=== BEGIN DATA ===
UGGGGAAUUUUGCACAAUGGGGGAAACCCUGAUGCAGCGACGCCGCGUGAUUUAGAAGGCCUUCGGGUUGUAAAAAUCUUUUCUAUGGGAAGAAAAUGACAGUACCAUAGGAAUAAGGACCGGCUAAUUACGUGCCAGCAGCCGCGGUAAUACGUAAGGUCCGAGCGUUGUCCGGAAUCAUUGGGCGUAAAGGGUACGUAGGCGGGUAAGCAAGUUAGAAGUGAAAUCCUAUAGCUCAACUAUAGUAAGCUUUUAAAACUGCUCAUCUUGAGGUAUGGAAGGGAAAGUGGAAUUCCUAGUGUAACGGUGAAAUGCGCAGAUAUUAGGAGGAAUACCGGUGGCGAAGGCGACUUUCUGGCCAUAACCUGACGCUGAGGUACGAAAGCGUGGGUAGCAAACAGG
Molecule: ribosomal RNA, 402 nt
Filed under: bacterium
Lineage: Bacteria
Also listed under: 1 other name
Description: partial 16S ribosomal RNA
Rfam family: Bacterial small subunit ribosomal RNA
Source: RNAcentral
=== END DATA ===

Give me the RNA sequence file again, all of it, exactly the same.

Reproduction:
UGGGGAAUUUUGCACAAUGGGGGAAACCCUGAUGCAGCGACGCCGCGUGAUUUAGAAGGCCUUCGGGUUGUAAAAAUCUUUUCUAUGGGAAGAAAAUGACAGUACCAUAGGAAUAAGGACCGGCUAAUUACGUGCCAGCAGCCGCGGUAAUACGUAAGGUCCGAGCGUUGUCCGGAAUCAUUGGGCGUAAAGGGUACGUAGGCGGGUAAGCAAGUUAGAAGUGAAAUCCUAUAGCUCAACUAUAGUAAGCUUUUAAAACUGCUCAUCUUGAGGUAUGGAAGGGAAAGUGGAAUUCCUAGUGUAACGGUGAAAUGCGCAGAUAUUAGGAGGAAUACCGGUGGCGAAGGCGACUUUCUGGCCAUAACCUGACGCUGAGGUACGAAAGCGUGGGUAGCAAACAGG
Molecule: ribosomal RNA, 402 nt
Filed under: bacterium
Lineage: Bacteria
Also listed under: 1 other name
Description: partial 16S ribosomal RNA
Rfam family: Bacterial small subunit ribosomal RNA
Source: RNAcentral